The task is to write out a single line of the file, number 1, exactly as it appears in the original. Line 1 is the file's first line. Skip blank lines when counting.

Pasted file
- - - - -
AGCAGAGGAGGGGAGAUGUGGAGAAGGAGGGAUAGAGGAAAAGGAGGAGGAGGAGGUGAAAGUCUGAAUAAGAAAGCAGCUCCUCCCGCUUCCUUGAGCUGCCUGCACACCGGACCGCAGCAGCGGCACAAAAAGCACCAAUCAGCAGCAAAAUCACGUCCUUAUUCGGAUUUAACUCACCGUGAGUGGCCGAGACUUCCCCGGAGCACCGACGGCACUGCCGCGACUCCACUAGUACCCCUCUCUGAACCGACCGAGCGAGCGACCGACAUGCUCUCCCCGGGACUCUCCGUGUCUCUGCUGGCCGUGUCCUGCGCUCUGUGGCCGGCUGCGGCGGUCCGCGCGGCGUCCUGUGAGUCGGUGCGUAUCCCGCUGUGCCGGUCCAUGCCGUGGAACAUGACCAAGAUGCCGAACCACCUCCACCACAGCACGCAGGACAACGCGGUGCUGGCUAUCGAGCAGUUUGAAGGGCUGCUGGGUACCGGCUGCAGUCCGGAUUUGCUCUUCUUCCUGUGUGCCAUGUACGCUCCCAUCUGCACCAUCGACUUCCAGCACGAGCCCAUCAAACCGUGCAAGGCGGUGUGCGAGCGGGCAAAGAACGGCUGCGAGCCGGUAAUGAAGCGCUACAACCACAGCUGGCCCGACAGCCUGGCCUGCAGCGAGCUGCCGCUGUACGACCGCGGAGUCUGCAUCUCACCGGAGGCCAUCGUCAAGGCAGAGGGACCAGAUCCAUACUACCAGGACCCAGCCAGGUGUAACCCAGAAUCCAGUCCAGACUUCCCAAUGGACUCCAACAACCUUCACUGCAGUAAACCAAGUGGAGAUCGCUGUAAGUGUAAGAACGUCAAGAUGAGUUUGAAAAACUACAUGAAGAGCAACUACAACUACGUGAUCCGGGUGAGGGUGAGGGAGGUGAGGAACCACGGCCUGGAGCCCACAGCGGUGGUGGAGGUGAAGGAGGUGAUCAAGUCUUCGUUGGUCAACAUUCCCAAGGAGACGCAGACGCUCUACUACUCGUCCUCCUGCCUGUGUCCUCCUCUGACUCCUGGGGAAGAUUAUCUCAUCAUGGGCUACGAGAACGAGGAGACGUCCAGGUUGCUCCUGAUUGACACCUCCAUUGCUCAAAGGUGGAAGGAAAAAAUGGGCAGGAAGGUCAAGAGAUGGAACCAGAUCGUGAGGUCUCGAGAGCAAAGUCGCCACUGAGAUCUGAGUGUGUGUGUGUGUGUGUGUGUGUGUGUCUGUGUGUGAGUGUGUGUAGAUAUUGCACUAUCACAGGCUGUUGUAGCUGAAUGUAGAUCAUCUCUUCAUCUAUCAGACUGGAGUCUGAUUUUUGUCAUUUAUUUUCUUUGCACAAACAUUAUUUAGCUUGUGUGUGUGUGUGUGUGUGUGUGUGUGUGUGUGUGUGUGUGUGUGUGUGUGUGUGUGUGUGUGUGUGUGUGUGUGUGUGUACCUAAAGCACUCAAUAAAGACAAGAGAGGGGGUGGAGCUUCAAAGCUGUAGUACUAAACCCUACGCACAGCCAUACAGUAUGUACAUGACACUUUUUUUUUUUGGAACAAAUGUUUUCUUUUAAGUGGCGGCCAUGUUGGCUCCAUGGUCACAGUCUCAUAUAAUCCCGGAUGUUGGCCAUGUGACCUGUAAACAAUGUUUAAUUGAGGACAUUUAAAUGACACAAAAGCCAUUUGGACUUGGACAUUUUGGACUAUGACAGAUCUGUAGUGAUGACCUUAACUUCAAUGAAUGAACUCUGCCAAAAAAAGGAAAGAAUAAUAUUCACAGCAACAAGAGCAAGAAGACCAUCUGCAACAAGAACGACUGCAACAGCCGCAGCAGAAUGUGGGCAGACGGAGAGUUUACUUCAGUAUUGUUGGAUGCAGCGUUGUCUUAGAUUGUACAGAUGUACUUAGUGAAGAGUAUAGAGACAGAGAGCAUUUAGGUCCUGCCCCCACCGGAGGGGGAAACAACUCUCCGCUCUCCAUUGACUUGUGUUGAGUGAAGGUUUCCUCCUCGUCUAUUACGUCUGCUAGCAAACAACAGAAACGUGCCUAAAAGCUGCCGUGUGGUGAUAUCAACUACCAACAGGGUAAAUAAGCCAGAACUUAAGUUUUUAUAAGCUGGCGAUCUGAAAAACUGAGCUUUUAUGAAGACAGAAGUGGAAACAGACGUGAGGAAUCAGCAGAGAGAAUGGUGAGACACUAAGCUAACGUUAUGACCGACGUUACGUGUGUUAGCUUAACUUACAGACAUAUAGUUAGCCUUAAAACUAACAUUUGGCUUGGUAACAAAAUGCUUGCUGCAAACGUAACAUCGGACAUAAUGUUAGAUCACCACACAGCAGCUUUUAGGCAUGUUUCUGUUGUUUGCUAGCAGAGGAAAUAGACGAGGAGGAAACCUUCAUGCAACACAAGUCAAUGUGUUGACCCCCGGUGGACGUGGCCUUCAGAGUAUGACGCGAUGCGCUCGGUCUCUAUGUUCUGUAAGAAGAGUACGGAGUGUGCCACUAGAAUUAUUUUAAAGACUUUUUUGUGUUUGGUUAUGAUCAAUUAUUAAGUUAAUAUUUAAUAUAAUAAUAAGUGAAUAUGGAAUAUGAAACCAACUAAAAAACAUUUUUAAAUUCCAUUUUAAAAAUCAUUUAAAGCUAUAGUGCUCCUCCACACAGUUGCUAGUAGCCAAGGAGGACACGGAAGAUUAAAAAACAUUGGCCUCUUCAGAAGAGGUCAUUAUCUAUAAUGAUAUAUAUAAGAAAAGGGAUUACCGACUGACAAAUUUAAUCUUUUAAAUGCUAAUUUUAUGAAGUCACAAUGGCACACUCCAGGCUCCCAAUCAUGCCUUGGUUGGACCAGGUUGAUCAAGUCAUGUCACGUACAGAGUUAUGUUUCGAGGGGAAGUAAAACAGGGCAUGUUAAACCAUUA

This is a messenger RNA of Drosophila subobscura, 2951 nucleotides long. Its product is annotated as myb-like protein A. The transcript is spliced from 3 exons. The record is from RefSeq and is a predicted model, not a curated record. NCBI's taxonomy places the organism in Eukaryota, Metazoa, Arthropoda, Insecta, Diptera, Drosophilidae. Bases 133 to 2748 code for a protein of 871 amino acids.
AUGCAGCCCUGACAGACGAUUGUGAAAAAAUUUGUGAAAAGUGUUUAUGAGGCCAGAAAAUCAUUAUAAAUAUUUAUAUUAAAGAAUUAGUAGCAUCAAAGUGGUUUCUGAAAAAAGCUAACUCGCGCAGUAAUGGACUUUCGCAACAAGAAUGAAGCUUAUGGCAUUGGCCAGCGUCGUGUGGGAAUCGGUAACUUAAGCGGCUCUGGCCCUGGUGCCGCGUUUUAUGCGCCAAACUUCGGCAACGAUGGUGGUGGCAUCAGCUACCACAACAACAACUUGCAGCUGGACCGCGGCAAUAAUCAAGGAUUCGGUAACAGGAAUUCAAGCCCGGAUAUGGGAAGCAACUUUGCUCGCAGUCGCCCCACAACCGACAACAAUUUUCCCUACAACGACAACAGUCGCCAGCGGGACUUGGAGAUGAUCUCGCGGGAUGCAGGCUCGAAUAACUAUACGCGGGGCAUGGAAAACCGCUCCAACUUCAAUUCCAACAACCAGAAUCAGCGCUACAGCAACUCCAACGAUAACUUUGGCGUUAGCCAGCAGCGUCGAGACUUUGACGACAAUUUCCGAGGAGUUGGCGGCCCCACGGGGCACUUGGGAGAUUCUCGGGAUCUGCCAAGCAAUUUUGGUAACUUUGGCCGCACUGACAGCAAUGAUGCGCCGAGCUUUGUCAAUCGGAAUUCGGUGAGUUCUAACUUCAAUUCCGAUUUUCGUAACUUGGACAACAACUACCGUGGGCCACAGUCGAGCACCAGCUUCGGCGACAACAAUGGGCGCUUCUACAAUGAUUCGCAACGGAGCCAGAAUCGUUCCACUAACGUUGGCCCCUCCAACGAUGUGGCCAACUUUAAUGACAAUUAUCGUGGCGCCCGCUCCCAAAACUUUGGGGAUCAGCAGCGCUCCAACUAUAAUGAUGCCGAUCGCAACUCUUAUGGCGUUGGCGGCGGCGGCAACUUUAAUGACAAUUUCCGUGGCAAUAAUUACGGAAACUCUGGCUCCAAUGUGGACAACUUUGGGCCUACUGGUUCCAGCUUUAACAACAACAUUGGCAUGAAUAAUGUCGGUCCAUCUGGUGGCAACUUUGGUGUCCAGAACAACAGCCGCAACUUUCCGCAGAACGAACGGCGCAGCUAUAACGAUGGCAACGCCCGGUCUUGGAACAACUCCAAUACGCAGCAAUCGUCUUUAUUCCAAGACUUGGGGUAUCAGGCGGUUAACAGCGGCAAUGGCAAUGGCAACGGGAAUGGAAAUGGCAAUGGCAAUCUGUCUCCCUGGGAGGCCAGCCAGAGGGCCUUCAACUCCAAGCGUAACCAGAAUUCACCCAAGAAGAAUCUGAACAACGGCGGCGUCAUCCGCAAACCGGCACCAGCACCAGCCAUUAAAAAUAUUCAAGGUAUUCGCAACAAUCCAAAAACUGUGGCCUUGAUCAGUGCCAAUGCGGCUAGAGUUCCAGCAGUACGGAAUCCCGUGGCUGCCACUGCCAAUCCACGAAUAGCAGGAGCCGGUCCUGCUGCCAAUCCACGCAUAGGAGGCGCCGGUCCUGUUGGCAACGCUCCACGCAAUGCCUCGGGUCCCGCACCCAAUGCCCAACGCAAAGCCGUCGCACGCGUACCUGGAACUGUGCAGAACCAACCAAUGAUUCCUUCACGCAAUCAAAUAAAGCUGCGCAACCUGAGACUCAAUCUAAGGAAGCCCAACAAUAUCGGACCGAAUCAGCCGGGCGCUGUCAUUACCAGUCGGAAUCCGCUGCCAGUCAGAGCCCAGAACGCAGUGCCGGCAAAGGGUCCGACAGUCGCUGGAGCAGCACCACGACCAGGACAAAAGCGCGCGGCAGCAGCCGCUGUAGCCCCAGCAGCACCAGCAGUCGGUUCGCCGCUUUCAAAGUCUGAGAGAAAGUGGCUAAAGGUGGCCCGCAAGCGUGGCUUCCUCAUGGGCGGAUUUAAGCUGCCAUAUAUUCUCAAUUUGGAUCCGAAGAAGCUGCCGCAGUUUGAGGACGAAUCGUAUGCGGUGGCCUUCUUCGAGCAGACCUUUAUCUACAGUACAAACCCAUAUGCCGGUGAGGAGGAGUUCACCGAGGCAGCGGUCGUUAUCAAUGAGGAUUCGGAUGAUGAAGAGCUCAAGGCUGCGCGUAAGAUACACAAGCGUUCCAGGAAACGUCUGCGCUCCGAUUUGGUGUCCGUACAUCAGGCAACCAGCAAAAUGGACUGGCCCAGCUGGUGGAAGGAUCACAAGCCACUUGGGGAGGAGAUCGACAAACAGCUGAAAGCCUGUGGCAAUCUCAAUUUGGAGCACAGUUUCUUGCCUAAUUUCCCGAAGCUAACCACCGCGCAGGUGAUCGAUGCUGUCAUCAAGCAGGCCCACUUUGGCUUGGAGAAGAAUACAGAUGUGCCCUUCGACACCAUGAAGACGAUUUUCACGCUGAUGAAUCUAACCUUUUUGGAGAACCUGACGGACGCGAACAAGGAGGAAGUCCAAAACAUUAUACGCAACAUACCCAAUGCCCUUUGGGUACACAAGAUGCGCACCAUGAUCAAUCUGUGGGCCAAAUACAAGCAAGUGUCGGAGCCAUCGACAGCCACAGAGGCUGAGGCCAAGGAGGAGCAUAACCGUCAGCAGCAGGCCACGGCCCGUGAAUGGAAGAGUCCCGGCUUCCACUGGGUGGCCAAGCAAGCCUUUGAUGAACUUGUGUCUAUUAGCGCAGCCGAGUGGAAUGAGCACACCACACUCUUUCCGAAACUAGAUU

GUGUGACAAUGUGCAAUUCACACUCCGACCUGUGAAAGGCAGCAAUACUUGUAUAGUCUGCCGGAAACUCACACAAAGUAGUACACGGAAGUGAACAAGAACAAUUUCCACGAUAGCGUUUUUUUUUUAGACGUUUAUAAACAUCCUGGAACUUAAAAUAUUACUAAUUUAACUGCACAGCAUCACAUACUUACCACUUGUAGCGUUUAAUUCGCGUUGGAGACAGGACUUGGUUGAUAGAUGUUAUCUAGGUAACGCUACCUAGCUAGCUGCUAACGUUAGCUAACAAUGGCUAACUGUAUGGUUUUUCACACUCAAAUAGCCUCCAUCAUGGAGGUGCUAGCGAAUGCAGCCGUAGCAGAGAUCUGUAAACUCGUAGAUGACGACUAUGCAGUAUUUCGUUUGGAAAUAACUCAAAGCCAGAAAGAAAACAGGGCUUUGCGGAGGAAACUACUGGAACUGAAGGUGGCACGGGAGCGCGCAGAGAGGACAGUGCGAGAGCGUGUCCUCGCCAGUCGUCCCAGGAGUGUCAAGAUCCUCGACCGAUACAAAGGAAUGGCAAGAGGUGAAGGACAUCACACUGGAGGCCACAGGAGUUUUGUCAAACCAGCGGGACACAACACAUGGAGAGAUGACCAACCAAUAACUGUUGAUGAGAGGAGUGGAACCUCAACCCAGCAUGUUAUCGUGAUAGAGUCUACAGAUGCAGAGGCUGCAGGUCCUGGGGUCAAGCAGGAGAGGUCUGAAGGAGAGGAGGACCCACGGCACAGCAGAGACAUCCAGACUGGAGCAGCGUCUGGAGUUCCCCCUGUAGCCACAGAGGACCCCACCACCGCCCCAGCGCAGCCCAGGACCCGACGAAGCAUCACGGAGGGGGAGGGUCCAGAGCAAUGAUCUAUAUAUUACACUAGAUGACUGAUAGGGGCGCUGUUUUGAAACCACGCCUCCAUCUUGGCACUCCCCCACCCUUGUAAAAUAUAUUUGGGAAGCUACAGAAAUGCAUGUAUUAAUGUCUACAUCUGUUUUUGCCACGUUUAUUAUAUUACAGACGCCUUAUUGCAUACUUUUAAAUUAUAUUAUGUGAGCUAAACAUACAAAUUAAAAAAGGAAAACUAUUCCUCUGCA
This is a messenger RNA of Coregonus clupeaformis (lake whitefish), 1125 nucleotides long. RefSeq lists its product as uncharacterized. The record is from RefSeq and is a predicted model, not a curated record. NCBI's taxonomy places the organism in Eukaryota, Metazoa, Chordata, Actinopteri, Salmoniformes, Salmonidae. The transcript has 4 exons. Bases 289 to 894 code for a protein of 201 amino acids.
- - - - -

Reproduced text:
AGCAGAGGAGGGGAGAUGUGGAGAAGGAGGGAUAGAGGAAAAGGAGGAGGAGGAGGUGAAAGUCUGAAUAAGAAAGCAGCUCCUCCCGCUUCCUUGAGCUGCCUGCACACCGGACCGCAGCAGCGGCACAAAAAGCACCAAUCAGCAGCAAAAUCACGUCCUUAUUCGGAUUUAACUCACCGUGAGUGGCCGAGACUUCCCCGGAGCACCGACGGCACUGCCGCGACUCCACUAGUACCCCUCUCUGAACCGACCGAGCGAGCGACCGACAUGCUCUCCCCGGGACUCUCCGUGUCUCUGCUGGCCGUGUCCUGCGCUCUGUGGCCGGCUGCGGCGGUCCGCGCGGCGUCCUGUGAGUCGGUGCGUAUCCCGCUGUGCCGGUCCAUGCCGUGGAACAUGACCAAGAUGCCGAACCACCUCCACCACAGCACGCAGGACAACGCGGUGCUGGCUAUCGAGCAGUUUGAAGGGCUGCUGGGUACCGGCUGCAGUCCGGAUUUGCUCUUCUUCCUGUGUGCCAUGUACGCUCCCAUCUGCACCAUCGACUUCCAGCACGAGCCCAUCAAACCGUGCAAGGCGGUGUGCGAGCGGGCAAAGAACGGCUGCGAGCCGGUAAUGAAGCGCUACAACCACAGCUGGCCCGACAGCCUGGCCUGCAGCGAGCUGCCGCUGUACGACCGCGGAGUCUGCAUCUCACCGGAGGCCAUCGUCAAGGCAGAGGGACCAGAUCCAUACUACCAGGACCCAGCCAGGUGUAACCCAGAAUCCAGUCCAGACUUCCCAAUGGACUCCAACAACCUUCACUGCAGUAAACCAAGUGGAGAUCGCUGUAAGUGUAAGAACGUCAAGAUGAGUUUGAAAAACUACAUGAAGAGCAACUACAACUACGUGAUCCGGGUGAGGGUGAGGGAGGUGAGGAACCACGGCCUGGAGCCCACAGCGGUGGUGGAGGUGAAGGAGGUGAUCAAGUCUUCGUUGGUCAACAUUCCCAAGGAGACGCAGACGCUCUACUACUCGUCCUCCUGCCUGUGUCCUCCUCUGACUCCUGGGGAAGAUUAUCUCAUCAUGGGCUACGAGAACGAGGAGACGUCCAGGUUGCUCCUGAUUGACACCUCCAUUGCUCAAAGGUGGAAGGAAAAAAUGGGCAGGAAGGUCAAGAGAUGGAACCAGAUCGUGAGGUCUCGAGAGCAAAGUCGCCACUGAGAUCUGAGUGUGUGUGUGUGUGUGUGUGUGUGUGUCUGUGUGUGAGUGUGUGUAGAUAUUGCACUAUCACAGGCUGUUGUAGCUGAAUGUAGAUCAUCUCUUCAUCUAUCAGACUGGAGUCUGAUUUUUGUCAUUUAUUUUCUUUGCACAAACAUUAUUUAGCUUGUGUGUGUGUGUGUGUGUGUGUGUGUGUGUGUGUGUGUGUGUGUGUGUGUGUGUGUGUGUGUGUGUGUGUGUGUGUGUGUACCUAAAGCACUCAAUAAAGACAAGAGAGGGGGUGGAGCUUCAAAGCUGUAGUACUAAACCCUACGCACAGCCAUACAGUAUGUACAUGACACUUUUUUUUUUUGGAACAAAUGUUUUCUUUUAAGUGGCGGCCAUGUUGGCUCCAUGGUCACAGUCUCAUAUAAUCCCGGAUGUUGGCCAUGUGACCUGUAAACAAUGUUUAAUUGAGGACAUUUAAAUGACACAAAAGCCAUUUGGACUUGGACAUUUUGGACUAUGACAGAUCUGUAGUGAUGACCUUAACUUCAAUGAAUGAACUCUGCCAAAAAAAGGAAAGAAUAAUAUUCACAGCAACAAGAGCAAGAAGACCAUCUGCAACAAGAACGACUGCAACAGCCGCAGCAGAAUGUGGGCAGACGGAGAGUUUACUUCAGUAUUGUUGGAUGCAGCGUUGUCUUAGAUUGUACAGAUGUACUUAGUGAAGAGUAUAGAGACAGAGAGCAUUUAGGUCCUGCCCCCACCGGAGGGGGAAACAACUCUCCGCUCUCCAUUGACUUGUGUUGAGUGAAGGUUUCCUCCUCGUCUAUUACGUCUGCUAGCAAACAACAGAAACGUGCCUAAAAGCUGCCGUGUGGUGAUAUCAACUACCAACAGGGUAAAUAAGCCAGAACUUAAGUUUUUAUAAGCUGGCGAUCUGAAAAACUGAGCUUUUAUGAAGACAGAAGUGGAAACAGACGUGAGGAAUCAGCAGAGAGAAUGGUGAGACACUAAGCUAACGUUAUGACCGACGUUACGUGUGUUAGCUUAACUUACAGACAUAUAGUUAGCCUUAAAACUAACAUUUGGCUUGGUAACAAAAUGCUUGCUGCAAACGUAACAUCGGACAUAAUGUUAGAUCACCACACAGCAGCUUUUAGGCAUGUUUCUGUUGUUUGCUAGCAGAGGAAAUAGACGAGGAGGAAACCUUCAUGCAACACAAGUCAAUGUGUUGACCCCCGGUGGACGUGGCCUUCAGAGUAUGACGCGAUGCGCUCGGUCUCUAUGUUCUGUAAGAAGAGUACGGAGUGUGCCACUAGAAUUAUUUUAAAGACUUUUUUGUGUUUGGUUAUGAUCAAUUAUUAAGUUAAUAUUUAAUAUAAUAAUAAGUGAAUAUGGAAUAUGAAACCAACUAAAAAACAUUUUUAAAUUCCAUUUUAAAAAUCAUUUAAAGCUAUAGUGCUCCUCCACACAGUUGCUAGUAGCCAAGGAGGACACGGAAGAUUAAAAAACAUUGGCCUCUUCAGAAGAGGUCAUUAUCUAUAAUGAUAUAUAUAAGAAAAGGGAUUACCGACUGACAAAUUUAAUCUUUUAAAUGCUAAUUUUAUGAAGUCACAAUGGCACACUCCAGGCUCCCAAUCAUGCCUUGGUUGGACCAGGUUGAUCAAGUCAUGUCACGUACAGAGUUAUGUUUCGAGGGGAAGUAAAACAGGGCAUGUUAAACCAUUA